Sensory Games

This week’s activities are based on Lesson 3 of About Me.

 

Project #1: Sense Eggsamples

The objects in our eggs have smelly and sensory properties, so kids can explore three or more senses simultaneously.

You need at least 6 plastic eggs (all the same color, preferably) and small sensory objects. These can include:

 

dandelion heads
flower petals
cinnamon stick (cut up)
pinto beans
peppercorns
whole cloves
hard candy (peppermint, lemon drops, root beer barrels)
smelly erasers
scented wet wipes (cut into small squares)
pine needles
cinnamon toothpicks (cut up)
dry oatmeal

 

Any other non-smelly objects, such as pom poms,  can be sprayed with air freshener or rubbed with a dry soap bar.

When your child opens an egg, you can ask her questions about the contents, such as,

“How do they smell? How do they feel?”

After closing the eggs, she can shake them to hear what they sound like.


You can then mix up the eggs. Ask your child to shake each one and guess what’s inside. For more fun, make a double of each egg for a matching sound game.
Why we like it: Like all of our projects, this activity is multi-faceted and has potential for development. You can expand the activity to include taste, and you can come up with your own filling ideas.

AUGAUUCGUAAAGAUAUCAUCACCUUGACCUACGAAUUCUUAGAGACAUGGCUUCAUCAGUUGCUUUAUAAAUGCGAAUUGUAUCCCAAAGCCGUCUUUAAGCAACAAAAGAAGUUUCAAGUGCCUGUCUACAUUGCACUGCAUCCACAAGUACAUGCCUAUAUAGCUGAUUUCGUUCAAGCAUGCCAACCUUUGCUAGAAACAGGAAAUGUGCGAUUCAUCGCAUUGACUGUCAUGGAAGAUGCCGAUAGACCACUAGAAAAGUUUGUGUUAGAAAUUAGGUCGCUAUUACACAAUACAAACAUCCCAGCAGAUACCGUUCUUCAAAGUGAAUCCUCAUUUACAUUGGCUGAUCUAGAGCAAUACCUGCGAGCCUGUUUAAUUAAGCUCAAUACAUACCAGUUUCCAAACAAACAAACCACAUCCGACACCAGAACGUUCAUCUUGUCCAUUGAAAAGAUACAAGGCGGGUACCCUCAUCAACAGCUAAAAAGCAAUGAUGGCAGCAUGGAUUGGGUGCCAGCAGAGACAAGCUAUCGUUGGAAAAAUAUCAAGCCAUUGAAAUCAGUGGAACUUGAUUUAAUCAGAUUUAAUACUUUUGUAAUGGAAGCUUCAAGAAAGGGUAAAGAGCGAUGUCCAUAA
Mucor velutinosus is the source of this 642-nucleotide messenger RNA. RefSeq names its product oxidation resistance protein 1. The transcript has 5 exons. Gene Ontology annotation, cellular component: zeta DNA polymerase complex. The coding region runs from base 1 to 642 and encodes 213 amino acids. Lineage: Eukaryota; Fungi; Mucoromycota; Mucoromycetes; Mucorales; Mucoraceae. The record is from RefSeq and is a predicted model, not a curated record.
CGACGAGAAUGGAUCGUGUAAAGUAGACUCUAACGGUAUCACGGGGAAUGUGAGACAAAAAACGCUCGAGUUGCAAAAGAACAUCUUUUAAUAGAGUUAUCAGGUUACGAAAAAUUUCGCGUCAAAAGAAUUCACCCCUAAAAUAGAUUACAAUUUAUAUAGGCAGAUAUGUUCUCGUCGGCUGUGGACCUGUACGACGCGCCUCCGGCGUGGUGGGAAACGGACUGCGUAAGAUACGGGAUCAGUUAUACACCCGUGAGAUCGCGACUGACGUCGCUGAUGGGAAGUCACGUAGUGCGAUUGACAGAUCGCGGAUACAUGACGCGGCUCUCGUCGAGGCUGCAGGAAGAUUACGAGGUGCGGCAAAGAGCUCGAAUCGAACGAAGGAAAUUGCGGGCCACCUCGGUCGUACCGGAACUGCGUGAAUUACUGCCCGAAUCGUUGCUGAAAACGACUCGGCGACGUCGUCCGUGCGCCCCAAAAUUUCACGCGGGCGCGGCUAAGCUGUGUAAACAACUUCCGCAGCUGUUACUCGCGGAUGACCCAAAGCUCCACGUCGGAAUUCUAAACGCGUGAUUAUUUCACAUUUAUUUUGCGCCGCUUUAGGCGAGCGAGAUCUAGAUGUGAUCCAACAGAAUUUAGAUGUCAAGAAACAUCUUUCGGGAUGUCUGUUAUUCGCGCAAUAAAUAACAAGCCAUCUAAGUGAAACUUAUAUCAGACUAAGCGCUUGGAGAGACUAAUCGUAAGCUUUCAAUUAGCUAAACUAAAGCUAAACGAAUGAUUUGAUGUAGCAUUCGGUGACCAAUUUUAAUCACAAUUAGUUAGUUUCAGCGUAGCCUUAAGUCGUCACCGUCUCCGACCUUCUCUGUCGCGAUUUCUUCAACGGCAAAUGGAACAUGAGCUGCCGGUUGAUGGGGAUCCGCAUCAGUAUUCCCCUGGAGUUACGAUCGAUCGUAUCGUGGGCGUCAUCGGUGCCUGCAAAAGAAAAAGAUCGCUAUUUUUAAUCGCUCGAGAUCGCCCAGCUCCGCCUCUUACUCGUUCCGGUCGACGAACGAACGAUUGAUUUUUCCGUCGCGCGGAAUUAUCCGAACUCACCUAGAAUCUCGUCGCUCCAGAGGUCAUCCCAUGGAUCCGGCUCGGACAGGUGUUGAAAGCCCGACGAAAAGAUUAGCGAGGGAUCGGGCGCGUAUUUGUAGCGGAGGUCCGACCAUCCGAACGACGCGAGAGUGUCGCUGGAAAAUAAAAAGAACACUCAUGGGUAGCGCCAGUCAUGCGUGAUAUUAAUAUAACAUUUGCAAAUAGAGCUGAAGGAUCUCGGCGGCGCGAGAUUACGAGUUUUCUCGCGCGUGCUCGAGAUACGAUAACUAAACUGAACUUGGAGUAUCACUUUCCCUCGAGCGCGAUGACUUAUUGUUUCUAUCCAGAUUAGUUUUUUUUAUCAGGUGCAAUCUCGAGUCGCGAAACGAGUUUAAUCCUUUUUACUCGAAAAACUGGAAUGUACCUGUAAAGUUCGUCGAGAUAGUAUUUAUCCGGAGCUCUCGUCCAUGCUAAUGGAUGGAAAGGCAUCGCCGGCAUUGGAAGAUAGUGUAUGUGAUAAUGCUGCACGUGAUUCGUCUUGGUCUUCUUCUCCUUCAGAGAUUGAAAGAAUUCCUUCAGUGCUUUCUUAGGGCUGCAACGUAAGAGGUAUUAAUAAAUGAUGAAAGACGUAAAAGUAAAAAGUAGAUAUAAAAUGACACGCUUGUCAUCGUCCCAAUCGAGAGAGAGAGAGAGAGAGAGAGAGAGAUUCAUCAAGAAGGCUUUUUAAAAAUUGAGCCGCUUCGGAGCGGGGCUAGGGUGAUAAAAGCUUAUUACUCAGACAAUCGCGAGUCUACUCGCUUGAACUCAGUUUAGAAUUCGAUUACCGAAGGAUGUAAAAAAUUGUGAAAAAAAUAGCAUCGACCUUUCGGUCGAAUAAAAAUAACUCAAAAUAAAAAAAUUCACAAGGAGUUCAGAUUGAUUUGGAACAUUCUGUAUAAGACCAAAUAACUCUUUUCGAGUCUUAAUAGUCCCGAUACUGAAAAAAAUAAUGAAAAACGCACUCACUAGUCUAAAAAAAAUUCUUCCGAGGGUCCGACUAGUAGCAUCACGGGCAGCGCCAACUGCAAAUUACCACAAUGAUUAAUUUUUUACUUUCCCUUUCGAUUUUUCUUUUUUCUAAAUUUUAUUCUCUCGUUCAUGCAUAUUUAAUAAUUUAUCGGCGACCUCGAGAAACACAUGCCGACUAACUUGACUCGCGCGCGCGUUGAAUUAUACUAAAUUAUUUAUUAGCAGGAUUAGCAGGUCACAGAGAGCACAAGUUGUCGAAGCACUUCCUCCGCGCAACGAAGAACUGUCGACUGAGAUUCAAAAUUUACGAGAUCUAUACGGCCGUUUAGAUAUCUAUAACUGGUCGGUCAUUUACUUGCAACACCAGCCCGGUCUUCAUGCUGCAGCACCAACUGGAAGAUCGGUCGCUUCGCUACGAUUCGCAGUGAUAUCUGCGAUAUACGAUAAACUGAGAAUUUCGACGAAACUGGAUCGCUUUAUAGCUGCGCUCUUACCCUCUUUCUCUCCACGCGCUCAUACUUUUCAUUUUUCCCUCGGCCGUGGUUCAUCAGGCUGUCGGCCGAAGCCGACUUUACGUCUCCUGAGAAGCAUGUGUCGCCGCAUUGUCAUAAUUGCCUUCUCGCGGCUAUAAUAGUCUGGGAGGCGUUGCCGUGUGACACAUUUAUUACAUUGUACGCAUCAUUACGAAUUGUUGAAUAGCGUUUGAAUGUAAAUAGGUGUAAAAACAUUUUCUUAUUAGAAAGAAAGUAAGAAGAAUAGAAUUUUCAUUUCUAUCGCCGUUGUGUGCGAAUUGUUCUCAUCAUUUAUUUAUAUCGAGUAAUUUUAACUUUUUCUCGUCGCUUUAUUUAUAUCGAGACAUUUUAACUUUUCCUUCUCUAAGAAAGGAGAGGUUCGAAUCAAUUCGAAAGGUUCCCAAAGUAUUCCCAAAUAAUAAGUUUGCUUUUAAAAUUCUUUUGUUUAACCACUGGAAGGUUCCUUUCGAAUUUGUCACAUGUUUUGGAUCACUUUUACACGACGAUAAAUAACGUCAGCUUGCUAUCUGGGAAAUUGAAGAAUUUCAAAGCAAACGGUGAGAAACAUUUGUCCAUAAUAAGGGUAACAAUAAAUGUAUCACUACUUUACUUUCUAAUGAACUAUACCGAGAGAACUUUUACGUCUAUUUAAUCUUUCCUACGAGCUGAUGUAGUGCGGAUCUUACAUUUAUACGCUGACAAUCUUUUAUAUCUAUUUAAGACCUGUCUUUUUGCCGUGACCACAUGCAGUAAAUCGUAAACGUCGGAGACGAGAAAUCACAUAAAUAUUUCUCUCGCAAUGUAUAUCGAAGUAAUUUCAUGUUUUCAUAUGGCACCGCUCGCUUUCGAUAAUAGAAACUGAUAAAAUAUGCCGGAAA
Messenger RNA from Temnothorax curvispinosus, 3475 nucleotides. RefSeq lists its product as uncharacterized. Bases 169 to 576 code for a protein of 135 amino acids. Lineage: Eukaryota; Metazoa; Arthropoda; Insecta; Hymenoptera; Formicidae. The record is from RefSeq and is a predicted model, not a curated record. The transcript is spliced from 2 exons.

Project #2: Cube and Card Game

First, make a five senses cube out of a wood block (found at craft stores), or you can print out our paper block (look under Lesson 3). Wood block instructions can be found here, folding paper block instructions can be found here. There are several ways to play with the cube. Here are some of our ideas:

 

1. Favorite Things - Ask your child her favorite things to sense. For example, if she rolls the sense of sound (ear) then ask her what her favorite sound is.

2. I Spy - Ask your child to find things in the room to sense. If your child rolls the sense of touch (finger) then ask her to find something in the room that has an interesting feel.

3. Use picture cards (we used some from Classic Memory). Ask your child to pick a card to match the sense she rolled.  For instance, if she rolled the sense of sight, then she should try to pick a picture of an object she exclusively uses sight to sense (clouds, sun, moon). For the side of the cube that shows all five senses, have some cards of crunchy, noisy foods available to choose from.

 

Why We Like It:

  1. Kids love the element of chance involved while playing with the cube.
  2. Kids have to mentally match objects with the senses that detect those objects.
  3. There are lots of ways you can play – come up with your own games!

These activities can accompany the worksheets and activities found in Lesson 3 of About Me – an exciting and educational workbook for kids!


 

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